In this blog we look to analyse and break down the fundamental scientific principles of peaking. A tapering process for a distance runner can be defined and implemented into a runners program with great effect to ensure they are in the best possible position to achieve their individual goal. By the end of this blog, we hope you have an understanding as how you can peak for your next PB!


Peaking Guidelines & Philosophy

*Please note that below are simply physiological guidelines to help the body to be in a physically enhanced state on the day of the athlete’s goal event. The best peaking process is personally designed around the athlete’s circumstances and should be modified by the coach based on the athlete’s previous experiences.

*Peaking = the outcome of the process of tapering

“A taper removes the cloud of fatigue with reduced volume to let the fitness and performance shine through” Dick Telford

Peaking 1

Credit to “Running: through the looking glass”, Dick Telford 2016


Peaking 2

Training Peaks can deliver a similar output on the Performance Management Chart (PMC) with Fatigue = the acute training stress (pink line), Fitness = the chronic training stress (blue line) and Performance = training stress balance (yellow line). The runner above completed 2 marathons in this period, can you pick where they are?


“Peaking for a race epitomizes the science and art of coaching. The science is the application of principles of physiology; the art is developing that feeling of readiness to perform” Dick Telford


General Guidelines (assuming the athlete has had a strong and consistent training build up and is currently free from injury and illness)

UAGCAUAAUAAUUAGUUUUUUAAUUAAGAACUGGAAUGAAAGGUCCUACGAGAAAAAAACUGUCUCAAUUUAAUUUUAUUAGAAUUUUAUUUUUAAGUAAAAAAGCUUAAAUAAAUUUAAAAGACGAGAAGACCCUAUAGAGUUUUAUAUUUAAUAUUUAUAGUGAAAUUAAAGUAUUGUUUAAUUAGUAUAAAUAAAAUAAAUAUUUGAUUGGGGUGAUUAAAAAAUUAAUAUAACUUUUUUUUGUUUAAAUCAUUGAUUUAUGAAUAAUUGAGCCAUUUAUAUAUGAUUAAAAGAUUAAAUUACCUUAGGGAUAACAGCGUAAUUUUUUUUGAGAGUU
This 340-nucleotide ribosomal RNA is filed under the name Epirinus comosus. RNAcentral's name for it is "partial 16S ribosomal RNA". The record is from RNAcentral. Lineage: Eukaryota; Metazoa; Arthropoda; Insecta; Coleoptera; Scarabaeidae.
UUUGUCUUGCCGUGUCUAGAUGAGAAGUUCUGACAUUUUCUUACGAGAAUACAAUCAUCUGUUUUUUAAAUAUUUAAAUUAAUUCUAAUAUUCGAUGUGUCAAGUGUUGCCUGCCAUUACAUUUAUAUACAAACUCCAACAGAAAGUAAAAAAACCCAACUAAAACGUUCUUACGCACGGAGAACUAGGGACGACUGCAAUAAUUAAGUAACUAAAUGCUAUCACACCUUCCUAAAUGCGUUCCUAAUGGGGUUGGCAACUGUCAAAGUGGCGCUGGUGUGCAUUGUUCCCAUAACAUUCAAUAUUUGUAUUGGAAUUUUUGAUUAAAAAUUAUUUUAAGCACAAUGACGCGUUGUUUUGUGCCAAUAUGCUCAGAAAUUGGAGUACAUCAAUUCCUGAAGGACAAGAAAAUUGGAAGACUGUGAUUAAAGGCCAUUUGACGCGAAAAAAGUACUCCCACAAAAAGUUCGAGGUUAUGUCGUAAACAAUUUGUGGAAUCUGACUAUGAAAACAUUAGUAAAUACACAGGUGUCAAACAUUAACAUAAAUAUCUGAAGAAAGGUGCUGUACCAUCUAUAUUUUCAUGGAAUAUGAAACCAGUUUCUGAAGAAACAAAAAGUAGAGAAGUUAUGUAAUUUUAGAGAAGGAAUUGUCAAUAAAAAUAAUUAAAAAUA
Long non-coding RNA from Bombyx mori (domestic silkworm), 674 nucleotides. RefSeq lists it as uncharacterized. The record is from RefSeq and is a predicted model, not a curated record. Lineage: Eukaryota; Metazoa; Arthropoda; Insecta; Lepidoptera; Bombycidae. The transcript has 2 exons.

Three Weeks Out

  • Reduce overall training volume (distance) by ~15%
  • Maintain total quality throughout the week
  • i.e. volume reduction is made on non-session days (think reduced long run, reduced easy volume through the week, less warm up/cool downs etc.)

Two Weeks Out

  • Reduce overall training volume by another 15% (i.e. peak training volume has now been reduced by 30%)
  • Maintain total quality throughout the week (important that you don’t increase any quality)
  • The athlete should be completely recovering between sessions now that volume on non-session days has been significantly reduced
  • The sessions are not designed to continue to induce improvements in the power of the aerobic energy system, but simply to maintain that power, and as the fatigue is removed performance is enhanced

Final Week

  • Reduce the predicted weekly volume to ~50% of usual training volume
  • Reduce the volume of the first session of the week (e.g. Tuesday VO2 Max) by 25% and the second session of the week (e.g. Thursday Threshold) by 50%
  • Again, ensure quality is maintained and not increased (which will be tempting for the athlete given they are much fresher than usual)

Final Three Days

  • A combination of complete rest and easy jogging with some strides at goal race-pace to maintain rhythm


We trust you now have a greater understanding as to what the peaking process is and how you can use this knowledge to improve your race day performance. If you wish to know more about this topic, or anything to do with your running training, please get in touch with our expert coaching team who are ready to assist you towards your next running goal! Please email or see our website:




Running Regards,

Team Front Runner